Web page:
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Fang-I Hsiao

 

Publications by Fang-I Hsiao (bibliography)

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2012
 
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Cheng, Lung-Pan, Hsiao, Fang-I, Liu, Yen-Ting and Chen, Mike Y. (2012): iRotate grasp: automatic screen rotation based on grasp of mobile devices. In: Adjunct Proceedings of the 2012 ACM Symposium on User Interface Software and Technology 2012. pp. 15-16. Available online

Automatic screen rotation improves viewing experience and usability of mobile devices, but current gravity-based approaches do not support postures such as lying on one side, and manual rotation switches require explicit user input. iRotate Grasp automatically rotates screens of mobile devices to match users' viewing orientations based on how users are grasping the devices. Our insight is that users' grasps are consistent for each orientation, but significantly differ between different orientations. Our prototype embeds a total of 32 light sensors along the four sides and the back of an iPod Touch, and uses support vector machine (SVM) to recognize grasps at 25Hz. We collected 6-users' usage under 54 different conditions: 1) grasping the device using left, right, and both hands, 2) scrolling, zooming and typing, 3) in portrait, landscape-left, and landscape-right orientations, and while 4) sitting and lying down on one side. Results show that our grasp-based approach is promising, and our iRotate Grasp prototype could correctly rotate the screen 90.5% of the time when training and testing on different users.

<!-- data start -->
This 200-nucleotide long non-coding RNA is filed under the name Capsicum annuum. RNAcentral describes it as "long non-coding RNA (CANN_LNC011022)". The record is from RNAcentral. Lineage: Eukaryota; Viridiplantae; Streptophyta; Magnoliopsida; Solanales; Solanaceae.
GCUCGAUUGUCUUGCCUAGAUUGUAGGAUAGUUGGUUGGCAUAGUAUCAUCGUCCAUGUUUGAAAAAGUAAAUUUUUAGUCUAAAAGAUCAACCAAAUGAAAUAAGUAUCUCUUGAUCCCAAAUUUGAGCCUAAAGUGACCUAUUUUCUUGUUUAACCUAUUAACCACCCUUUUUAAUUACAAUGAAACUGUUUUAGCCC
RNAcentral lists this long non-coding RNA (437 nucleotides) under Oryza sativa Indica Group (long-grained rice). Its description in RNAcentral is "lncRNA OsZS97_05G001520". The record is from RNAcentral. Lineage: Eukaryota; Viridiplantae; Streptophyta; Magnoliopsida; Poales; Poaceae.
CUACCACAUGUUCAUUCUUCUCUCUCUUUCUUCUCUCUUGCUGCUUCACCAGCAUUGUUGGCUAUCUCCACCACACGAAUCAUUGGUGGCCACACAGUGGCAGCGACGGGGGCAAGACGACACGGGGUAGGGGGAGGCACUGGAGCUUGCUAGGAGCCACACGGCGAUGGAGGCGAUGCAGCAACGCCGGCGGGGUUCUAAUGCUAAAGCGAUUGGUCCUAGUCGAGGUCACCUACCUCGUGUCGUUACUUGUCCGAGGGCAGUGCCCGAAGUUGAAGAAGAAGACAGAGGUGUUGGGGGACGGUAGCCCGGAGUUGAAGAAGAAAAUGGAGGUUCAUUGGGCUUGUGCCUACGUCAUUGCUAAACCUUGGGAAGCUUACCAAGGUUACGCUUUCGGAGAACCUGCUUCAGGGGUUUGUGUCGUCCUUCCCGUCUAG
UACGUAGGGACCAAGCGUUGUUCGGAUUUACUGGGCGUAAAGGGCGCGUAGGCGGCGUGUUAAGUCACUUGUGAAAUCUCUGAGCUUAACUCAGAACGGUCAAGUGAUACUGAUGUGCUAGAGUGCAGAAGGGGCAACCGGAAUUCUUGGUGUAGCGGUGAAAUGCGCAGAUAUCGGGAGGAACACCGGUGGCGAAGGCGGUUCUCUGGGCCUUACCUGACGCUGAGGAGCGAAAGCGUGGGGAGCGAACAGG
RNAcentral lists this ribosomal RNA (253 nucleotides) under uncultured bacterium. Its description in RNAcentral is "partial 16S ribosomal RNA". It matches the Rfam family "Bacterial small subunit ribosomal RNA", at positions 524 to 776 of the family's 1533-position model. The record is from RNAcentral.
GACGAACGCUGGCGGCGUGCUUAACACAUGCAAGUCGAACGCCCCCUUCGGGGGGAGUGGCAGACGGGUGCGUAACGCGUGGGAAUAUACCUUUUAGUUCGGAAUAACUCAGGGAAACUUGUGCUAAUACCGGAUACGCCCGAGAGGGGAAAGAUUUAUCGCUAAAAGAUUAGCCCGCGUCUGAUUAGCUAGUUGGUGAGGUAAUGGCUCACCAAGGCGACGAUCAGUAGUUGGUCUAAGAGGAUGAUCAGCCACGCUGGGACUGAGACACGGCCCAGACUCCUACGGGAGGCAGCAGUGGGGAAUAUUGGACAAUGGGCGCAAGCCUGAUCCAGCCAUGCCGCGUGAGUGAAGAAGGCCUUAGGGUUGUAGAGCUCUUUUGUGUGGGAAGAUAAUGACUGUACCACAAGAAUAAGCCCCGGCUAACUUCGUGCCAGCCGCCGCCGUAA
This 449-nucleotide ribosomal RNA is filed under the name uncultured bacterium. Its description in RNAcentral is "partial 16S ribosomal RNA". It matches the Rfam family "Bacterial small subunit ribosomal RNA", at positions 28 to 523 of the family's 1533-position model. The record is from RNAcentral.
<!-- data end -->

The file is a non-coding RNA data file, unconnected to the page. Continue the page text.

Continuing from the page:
© All rights reserved Cheng et al. and/or ACM Press

2011
 
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Yu, Neng-Hao, Chan, Li-Wei, Lau, Seng Yong, Tsai, Sung-Sheng, Hsiao, I-Chun, Tsai, Dian-Je, Hsiao, Fang-I, Cheng, Lung-Pan, Chen, Mike, Huang, Polly and Hung, Yi-Ping (2011): TUIC: enabling tangible interaction on capacitive multi-touch displays. In: Proceedings of ACM CHI 2011 Conference on Human Factors in Computing Systems 2011. pp. 2995-3004. Available online

We present TUIC, a technology that enables tangible interaction on capacitive multi-touch devices, such as iPad, iPhone, and 3M's multi-touch displays, without requiring any hardware modifications. TUIC simulates finger touches on capacitive displays using passive materials and active modulation circuits embedded inside tangible objects, and can be used with multi-touch gestures simultaneously. TUIC consists of three approaches to sense and track objects: spatial, frequency, and hybrid (spatial plus frequency). The spatial approach, also known as 2D markers, uses geometric, multi-point touch patterns to encode object IDs. Spatial tags are straightforward to construct and are easily tracked when moved, but require sufficient spacing between the multiple touch points. The frequency approach uses modulation circuits to generate high-frequency touches to encode object IDs in the time domain. It requires fewer touch points and allows smaller tags to be built. The hybrid approach combines both spatial and frequency tags to construct small tags that can be reliably tracked when moved and rotated. We show three applications demonstrating the above approaches on iPads and 3M's multi-touch displays.

© All rights reserved Yu et al. and/or their publisher

 
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